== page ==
One other change for Ni Una Menos over the past two years is its ongoing growth. ”Ni una menos’ exists as autonomous organizations all over Argentina,’ Palmeiros says, ‘but also in Chile, Bolivia, and Peru.’ Furthermore, the phrase Ni Una Menos ‘acts as a sort of magic word and a password of sorority.’ This sense of sorority is also felt within the collective as a ‘part of a broader network of feminist organizations around the world.’ The first International Women Strike, which took place on March 8th 2017, and in which Ni Una Menos played a part, is testament to this network of sorority as women from 55 countries around the world participated.
But the work of Ni Una Menos has been met with varying responses from figures in government. In Palmeiros’ words: ‘[w]e have received different responses from different political organizations. While left-wing and center-left politicians have demonstrated interest and support, the current government of Cambiemos has repressed and criminalized our protests violently. After the rally on March 8 (International Women Strike) 25 people were illegally detained. Eight women were detained the night before while promoting the strike. The government officials, while publicly expressing their alleged “support,” orchestrated a very aggressive repression to our struggle.’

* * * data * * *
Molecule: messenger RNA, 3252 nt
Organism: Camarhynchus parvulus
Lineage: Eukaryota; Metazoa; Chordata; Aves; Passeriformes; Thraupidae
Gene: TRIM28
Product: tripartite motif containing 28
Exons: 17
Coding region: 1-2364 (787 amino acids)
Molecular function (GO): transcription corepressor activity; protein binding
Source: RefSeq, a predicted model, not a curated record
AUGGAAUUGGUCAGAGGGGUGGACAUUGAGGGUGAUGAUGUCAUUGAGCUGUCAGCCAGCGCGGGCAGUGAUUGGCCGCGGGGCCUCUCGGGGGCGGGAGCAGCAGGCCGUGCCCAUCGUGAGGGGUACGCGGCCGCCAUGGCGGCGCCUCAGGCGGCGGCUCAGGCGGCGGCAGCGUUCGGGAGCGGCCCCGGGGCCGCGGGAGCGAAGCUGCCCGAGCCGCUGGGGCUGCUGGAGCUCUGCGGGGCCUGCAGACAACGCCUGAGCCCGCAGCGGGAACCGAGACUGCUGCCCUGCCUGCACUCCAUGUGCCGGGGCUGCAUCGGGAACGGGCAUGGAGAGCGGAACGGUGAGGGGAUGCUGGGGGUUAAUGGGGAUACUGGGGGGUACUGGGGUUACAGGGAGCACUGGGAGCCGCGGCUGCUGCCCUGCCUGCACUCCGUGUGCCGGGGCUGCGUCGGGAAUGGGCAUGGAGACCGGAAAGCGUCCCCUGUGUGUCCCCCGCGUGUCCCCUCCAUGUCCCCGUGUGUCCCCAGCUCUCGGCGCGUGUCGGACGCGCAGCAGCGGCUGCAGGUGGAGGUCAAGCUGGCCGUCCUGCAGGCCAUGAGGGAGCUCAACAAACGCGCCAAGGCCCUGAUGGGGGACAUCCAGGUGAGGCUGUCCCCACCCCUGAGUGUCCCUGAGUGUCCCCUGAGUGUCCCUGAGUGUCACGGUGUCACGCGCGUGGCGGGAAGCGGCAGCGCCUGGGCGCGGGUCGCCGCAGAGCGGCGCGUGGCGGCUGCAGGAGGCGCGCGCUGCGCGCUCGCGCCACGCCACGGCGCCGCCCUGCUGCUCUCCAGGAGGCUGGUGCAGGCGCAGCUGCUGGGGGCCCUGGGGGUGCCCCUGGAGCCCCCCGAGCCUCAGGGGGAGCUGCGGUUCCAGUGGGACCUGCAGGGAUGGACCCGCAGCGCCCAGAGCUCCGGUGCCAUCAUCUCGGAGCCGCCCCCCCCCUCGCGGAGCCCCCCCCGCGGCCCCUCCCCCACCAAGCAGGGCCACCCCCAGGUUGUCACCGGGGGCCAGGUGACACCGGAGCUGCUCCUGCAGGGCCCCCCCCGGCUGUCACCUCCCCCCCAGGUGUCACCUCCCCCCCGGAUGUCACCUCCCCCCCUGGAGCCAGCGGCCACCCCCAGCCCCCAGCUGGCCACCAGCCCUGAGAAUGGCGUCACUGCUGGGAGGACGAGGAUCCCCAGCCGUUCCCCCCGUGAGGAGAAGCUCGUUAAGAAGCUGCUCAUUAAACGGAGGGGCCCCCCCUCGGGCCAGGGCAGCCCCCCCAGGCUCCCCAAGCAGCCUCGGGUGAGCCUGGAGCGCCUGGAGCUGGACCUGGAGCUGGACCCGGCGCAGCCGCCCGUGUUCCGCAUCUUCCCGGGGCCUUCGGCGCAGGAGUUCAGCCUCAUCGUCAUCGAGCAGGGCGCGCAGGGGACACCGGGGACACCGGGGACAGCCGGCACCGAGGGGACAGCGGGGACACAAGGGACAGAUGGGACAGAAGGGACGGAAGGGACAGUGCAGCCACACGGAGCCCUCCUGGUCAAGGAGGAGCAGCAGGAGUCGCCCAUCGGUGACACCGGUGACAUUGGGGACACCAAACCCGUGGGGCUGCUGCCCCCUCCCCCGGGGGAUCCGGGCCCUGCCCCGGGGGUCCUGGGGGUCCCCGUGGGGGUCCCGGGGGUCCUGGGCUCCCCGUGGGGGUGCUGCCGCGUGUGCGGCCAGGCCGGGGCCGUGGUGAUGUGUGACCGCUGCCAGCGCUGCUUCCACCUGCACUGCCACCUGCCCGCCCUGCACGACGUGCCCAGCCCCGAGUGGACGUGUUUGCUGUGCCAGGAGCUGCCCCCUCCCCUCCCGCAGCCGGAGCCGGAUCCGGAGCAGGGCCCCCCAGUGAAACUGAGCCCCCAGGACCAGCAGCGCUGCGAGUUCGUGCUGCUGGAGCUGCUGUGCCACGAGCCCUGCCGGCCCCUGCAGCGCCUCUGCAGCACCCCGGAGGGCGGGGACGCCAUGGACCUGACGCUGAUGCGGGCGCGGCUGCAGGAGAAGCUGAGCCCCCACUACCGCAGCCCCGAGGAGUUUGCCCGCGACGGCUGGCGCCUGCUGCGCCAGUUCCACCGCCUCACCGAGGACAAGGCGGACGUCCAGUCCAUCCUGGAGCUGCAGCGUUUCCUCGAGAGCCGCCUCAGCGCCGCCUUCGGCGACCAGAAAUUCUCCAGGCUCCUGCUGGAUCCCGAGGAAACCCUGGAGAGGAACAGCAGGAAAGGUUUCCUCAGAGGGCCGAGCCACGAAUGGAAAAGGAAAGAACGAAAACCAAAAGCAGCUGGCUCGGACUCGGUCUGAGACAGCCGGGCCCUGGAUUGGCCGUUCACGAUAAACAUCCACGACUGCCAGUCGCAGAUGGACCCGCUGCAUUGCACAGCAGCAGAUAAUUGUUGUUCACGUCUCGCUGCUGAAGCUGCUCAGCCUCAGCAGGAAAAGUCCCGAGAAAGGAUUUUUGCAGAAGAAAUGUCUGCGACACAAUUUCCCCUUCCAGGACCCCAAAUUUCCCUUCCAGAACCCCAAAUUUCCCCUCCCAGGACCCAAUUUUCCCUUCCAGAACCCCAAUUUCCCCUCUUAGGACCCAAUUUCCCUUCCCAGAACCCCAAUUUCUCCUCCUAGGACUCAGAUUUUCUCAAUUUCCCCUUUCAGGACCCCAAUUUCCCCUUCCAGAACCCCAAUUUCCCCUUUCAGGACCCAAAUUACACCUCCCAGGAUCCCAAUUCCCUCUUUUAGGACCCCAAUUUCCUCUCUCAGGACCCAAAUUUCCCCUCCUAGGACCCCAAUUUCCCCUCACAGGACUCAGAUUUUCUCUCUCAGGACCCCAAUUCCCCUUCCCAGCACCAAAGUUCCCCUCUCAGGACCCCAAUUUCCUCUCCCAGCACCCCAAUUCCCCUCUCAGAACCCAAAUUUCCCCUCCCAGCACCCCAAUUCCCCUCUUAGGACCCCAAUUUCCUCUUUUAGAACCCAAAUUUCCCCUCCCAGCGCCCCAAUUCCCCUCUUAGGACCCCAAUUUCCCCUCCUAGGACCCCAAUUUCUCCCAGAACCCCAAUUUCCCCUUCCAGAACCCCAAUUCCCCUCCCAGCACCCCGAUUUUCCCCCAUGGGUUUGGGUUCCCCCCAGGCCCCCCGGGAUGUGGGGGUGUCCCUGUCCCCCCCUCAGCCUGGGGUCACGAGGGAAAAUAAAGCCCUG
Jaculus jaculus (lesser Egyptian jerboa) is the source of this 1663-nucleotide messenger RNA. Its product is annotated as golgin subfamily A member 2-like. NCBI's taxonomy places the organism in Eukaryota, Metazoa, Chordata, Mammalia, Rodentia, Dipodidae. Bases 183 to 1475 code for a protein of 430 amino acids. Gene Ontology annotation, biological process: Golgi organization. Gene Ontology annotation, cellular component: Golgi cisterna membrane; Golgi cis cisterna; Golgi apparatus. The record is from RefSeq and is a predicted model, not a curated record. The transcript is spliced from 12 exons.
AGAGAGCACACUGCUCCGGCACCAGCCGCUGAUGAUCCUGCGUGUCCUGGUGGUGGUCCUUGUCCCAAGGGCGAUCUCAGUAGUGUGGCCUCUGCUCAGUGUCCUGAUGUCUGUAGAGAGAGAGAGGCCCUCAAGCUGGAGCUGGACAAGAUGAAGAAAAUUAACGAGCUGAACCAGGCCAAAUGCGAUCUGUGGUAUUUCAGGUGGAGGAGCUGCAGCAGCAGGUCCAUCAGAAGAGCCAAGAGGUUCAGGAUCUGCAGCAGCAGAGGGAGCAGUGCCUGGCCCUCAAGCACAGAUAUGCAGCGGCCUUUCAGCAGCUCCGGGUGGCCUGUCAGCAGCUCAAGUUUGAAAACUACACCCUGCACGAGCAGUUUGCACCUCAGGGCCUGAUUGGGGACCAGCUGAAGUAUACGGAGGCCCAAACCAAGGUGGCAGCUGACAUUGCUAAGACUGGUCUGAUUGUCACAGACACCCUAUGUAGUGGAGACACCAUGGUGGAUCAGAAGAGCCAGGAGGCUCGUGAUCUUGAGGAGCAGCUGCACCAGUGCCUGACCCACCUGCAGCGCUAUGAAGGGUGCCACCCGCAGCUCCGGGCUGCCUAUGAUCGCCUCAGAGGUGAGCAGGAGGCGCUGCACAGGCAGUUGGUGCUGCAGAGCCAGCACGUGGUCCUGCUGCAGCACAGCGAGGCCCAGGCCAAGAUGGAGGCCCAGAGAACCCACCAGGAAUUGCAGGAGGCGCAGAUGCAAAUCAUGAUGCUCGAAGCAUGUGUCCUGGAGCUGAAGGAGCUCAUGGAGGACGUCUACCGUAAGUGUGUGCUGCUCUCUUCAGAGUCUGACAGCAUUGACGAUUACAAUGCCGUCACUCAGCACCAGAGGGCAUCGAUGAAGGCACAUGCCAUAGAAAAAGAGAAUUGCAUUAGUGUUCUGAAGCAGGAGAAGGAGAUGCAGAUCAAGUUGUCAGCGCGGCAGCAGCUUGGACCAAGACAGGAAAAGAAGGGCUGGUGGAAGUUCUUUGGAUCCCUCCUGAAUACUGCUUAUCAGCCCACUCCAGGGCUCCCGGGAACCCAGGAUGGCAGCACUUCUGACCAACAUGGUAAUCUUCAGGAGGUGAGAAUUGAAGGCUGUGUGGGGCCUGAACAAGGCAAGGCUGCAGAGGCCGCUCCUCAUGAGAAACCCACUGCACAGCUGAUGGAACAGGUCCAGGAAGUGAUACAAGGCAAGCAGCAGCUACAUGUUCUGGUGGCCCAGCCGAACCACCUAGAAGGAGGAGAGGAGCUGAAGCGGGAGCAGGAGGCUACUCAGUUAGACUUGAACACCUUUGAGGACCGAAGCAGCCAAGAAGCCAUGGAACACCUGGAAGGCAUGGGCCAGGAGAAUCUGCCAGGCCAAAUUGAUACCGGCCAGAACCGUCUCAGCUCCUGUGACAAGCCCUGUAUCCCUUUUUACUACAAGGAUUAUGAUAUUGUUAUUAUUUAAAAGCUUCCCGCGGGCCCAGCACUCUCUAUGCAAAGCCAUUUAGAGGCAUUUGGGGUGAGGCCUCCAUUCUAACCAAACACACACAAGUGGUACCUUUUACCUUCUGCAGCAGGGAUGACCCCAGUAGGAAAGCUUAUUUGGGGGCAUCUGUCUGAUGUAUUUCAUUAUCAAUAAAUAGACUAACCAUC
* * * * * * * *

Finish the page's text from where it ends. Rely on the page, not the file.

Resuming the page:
However, she continues, ‘the response [from the general public] has always been enthusiastic.’ ‘Governments can repress our movement and there is a conservative reaction against our demand for freedom and egality,’ she says, but the ‘tide’ of this movement ‘cannot be stopped.’
We have radicalized our claims and spread the virus of rebellion and disobedience over the world.
Reflecting on the current position of Ni Una Menos, and its work in the future, Cecilia Palmeiros remains positive and determined. ‘But,’ she says ‘we face very important challenges: puritanism, punitivism and pinkwashing‘. ‘And,’ she adds, ‘we reject the merely politically correct response: we are organized to change it all.’ Merely appearing to support feminist causes is not enough for Ni Una Menos, nor are tokenistic changes enacted by ‘ruling elites worldwide.’ They are campaigning for complete ‘social transformation.’
When I ask Paimeros what women and their allies should do to support the work of Ni Una Menos, she tells me that ‘the first step to social transformation is the micropolitics of every day life.’ Ni Una Menos hopes ‘to transform who we are and how we live. For that, we need to abandon our machista practices, we need to deconstruct misogyny within ourselves and understand it as an unconscious mechanism through which we perpetrate machista violence. And as a suggestion for everyone that supports our struggle: organize, resist, mutate.’
It’s 2017, two years after Ni Una Menos began their work. Conversation with Cecilia Palmeiros, from Ni Una Menos, shows the organisation’s work as ongoing, urgent, and increasing in momentum.